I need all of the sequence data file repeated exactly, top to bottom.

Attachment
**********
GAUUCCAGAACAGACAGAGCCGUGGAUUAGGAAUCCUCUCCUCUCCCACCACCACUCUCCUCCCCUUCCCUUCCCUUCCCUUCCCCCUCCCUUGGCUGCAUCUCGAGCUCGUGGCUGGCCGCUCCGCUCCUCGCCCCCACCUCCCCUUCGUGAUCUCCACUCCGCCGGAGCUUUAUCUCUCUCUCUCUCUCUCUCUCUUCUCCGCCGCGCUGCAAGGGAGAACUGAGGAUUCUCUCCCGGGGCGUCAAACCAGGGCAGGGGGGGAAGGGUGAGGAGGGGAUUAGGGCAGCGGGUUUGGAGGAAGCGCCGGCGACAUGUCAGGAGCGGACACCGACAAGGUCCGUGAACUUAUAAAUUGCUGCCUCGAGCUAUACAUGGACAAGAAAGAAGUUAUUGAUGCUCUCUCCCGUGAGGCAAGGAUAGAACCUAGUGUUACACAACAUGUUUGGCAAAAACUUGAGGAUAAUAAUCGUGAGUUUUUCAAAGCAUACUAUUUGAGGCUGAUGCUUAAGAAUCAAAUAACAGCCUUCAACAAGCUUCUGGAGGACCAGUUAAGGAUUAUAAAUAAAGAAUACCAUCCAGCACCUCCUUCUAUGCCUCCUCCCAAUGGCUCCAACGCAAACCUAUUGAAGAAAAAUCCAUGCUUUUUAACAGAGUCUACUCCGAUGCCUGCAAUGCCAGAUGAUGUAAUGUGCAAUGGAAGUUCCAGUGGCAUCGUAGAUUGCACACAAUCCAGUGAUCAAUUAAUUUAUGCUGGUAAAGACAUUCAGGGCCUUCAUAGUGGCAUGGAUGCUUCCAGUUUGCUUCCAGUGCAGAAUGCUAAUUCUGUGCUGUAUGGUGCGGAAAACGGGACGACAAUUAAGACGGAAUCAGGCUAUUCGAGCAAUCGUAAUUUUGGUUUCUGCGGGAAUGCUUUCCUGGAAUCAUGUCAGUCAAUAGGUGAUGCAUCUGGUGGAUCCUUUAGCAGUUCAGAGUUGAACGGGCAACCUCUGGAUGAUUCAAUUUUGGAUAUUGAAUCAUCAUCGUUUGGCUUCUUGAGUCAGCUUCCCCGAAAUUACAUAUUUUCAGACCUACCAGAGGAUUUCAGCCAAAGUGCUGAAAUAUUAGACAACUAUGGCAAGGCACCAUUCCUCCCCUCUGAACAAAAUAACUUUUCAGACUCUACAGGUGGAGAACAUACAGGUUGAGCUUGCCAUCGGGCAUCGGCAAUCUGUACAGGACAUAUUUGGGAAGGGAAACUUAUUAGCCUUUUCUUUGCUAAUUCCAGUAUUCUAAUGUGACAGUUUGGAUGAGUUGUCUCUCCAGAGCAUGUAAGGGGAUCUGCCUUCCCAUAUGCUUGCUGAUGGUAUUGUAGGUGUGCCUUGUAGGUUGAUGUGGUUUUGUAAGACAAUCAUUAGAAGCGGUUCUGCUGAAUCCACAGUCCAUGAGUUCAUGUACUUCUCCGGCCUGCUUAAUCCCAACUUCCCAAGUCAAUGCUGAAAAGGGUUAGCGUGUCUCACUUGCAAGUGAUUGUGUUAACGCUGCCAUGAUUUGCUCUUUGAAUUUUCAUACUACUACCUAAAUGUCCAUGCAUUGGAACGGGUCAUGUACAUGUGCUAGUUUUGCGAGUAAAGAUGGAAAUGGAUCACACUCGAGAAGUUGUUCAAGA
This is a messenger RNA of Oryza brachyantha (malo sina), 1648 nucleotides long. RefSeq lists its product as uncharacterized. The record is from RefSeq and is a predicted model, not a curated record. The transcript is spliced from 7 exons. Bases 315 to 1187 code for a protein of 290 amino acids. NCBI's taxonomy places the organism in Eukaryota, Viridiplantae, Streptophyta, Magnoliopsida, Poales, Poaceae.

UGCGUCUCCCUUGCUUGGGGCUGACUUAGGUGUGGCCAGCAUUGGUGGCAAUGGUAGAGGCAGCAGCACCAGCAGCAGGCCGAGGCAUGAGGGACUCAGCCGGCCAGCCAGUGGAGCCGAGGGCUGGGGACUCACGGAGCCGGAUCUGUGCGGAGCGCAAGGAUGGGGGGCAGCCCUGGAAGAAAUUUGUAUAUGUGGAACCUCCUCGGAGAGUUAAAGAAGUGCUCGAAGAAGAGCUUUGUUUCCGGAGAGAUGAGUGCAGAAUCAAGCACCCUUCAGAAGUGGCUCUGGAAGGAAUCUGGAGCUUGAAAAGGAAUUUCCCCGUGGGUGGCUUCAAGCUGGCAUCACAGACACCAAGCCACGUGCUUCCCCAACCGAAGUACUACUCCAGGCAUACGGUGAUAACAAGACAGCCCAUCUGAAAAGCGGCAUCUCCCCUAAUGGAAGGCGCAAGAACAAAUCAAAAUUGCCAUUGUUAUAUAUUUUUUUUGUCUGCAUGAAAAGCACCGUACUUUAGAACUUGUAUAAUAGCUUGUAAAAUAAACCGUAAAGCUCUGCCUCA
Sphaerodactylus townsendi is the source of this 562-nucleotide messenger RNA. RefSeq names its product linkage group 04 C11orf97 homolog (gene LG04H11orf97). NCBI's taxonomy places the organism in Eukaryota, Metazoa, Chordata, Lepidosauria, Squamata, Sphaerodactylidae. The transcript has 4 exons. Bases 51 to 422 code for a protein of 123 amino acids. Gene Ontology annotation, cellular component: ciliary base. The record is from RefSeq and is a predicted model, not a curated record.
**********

GAUUCCAGAACAGACAGAGCCGUGGAUUAGGAAUCCUCUCCUCUCCCACCACCACUCUCCUCCCCUUCCCUUCCCUUCCCUUCCCCCUCCCUUGGCUGCAUCUCGAGCUCGUGGCUGGCCGCUCCGCUCCUCGCCCCCACCUCCCCUUCGUGAUCUCCACUCCGCCGGAGCUUUAUCUCUCUCUCUCUCUCUCUCUCUUCUCCGCCGCGCUGCAAGGGAGAACUGAGGAUUCUCUCCCGGGGCGUCAAACCAGGGCAGGGGGGGAAGGGUGAGGAGGGGAUUAGGGCAGCGGGUUUGGAGGAAGCGCCGGCGACAUGUCAGGAGCGGACACCGACAAGGUCCGUGAACUUAUAAAUUGCUGCCUCGAGCUAUACAUGGACAAGAAAGAAGUUAUUGAUGCUCUCUCCCGUGAGGCAAGGAUAGAACCUAGUGUUACACAACAUGUUUGGCAAAAACUUGAGGAUAAUAAUCGUGAGUUUUUCAAAGCAUACUAUUUGAGGCUGAUGCUUAAGAAUCAAAUAACAGCCUUCAACAAGCUUCUGGAGGACCAGUUAAGGAUUAUAAAUAAAGAAUACCAUCCAGCACCUCCUUCUAUGCCUCCUCCCAAUGGCUCCAACGCAAACCUAUUGAAGAAAAAUCCAUGCUUUUUAACAGAGUCUACUCCGAUGCCUGCAAUGCCAGAUGAUGUAAUGUGCAAUGGAAGUUCCAGUGGCAUCGUAGAUUGCACACAAUCCAGUGAUCAAUUAAUUUAUGCUGGUAAAGACAUUCAGGGCCUUCAUAGUGGCAUGGAUGCUUCCAGUUUGCUUCCAGUGCAGAAUGCUAAUUCUGUGCUGUAUGGUGCGGAAAACGGGACGACAAUUAAGACGGAAUCAGGCUAUUCGAGCAAUCGUAAUUUUGGUUUCUGCGGGAAUGCUUUCCUGGAAUCAUGUCAGUCAAUAGGUGAUGCAUCUGGUGGAUCCUUUAGCAGUUCAGAGUUGAACGGGCAACCUCUGGAUGAUUCAAUUUUGGAUAUUGAAUCAUCAUCGUUUGGCUUCUUGAGUCAGCUUCCCCGAAAUUACAUAUUUUCAGACCUACCAGAGGAUUUCAGCCAAAGUGCUGAAAUAUUAGACAACUAUGGCAAGGCACCAUUCCUCCCCUCUGAACAAAAUAACUUUUCAGACUCUACAGGUGGAGAACAUACAGGUUGAGCUUGCCAUCGGGCAUCGGCAAUCUGUACAGGACAUAUUUGGGAAGGGAAACUUAUUAGCCUUUUCUUUGCUAAUUCCAGUAUUCUAAUGUGACAGUUUGGAUGAGUUGUCUCUCCAGAGCAUGUAAGGGGAUCUGCCUUCCCAUAUGCUUGCUGAUGGUAUUGUAGGUGUGCCUUGUAGGUUGAUGUGGUUUUGUAAGACAAUCAUUAGAAGCGGUUCUGCUGAAUCCACAGUCCAUGAGUUCAUGUACUUCUCCGGCCUGCUUAAUCCCAACUUCCCAAGUCAAUGCUGAAAAGGGUUAGCGUGUCUCACUUGCAAGUGAUUGUGUUAACGCUGCCAUGAUUUGCUCUUUGAAUUUUCAUACUACUACCUAAAUGUCCAUGCAUUGGAACGGGUCAUGUACAUGUGCUAGUUUUGCGAGUAAAGAUGGAAAUGGAUCACACUCGAGAAGUUGUUCAAGA
This is a messenger RNA of Oryza brachyantha (malo sina), 1648 nucleotides long. RefSeq lists its product as uncharacterized. The record is from RefSeq and is a predicted model, not a curated record. The transcript is spliced from 7 exons. Bases 315 to 1187 code for a protein of 290 amino acids. NCBI's taxonomy places the organism in Eukaryota, Viridiplantae, Streptophyta, Magnoliopsida, Poales, Poaceae.

UGCGUCUCCCUUGCUUGGGGCUGACUUAGGUGUGGCCAGCAUUGGUGGCAAUGGUAGAGGCAGCAGCACCAGCAGCAGGCCGAGGCAUGAGGGACUCAGCCGGCCAGCCAGUGGAGCCGAGGGCUGGGGACUCACGGAGCCGGAUCUGUGCGGAGCGCAAGGAUGGGGGGCAGCCCUGGAAGAAAUUUGUAUAUGUGGAACCUCCUCGGAGAGUUAAAGAAGUGCUCGAAGAAGAGCUUUGUUUCCGGAGAGAUGAGUGCAGAAUCAAGCACCCUUCAGAAGUGGCUCUGGAAGGAAUCUGGAGCUUGAAAAGGAAUUUCCCCGUGGGUGGCUUCAAGCUGGCAUCACAGACACCAAGCCACGUGCUUCCCCAACCGAAGUACUACUCCAGGCAUACGGUGAUAACAAGACAGCCCAUCUGAAAAGCGGCAUCUCCCCUAAUGGAAGGCGCAAGAACAAAUCAAAAUUGCCAUUGUUAUAUAUUUUUUUUGUCUGCAUGAAAAGCACCGUACUUUAGAACUUGUAUAAUAGCUUGUAAAAUAAACCGUAAAGCUCUGCCUCA
Sphaerodactylus townsendi is the source of this 562-nucleotide messenger RNA. RefSeq names its product linkage group 04 C11orf97 homolog (gene LG04H11orf97). NCBI's taxonomy places the organism in Eukaryota, Metazoa, Chordata, Lepidosauria, Squamata, Sphaerodactylidae. The transcript has 4 exons. Bases 51 to 422 code for a protein of 123 amino acids. Gene Ontology annotation, cellular component: ciliary base. The record is from RefSeq and is a predicted model, not a curated record.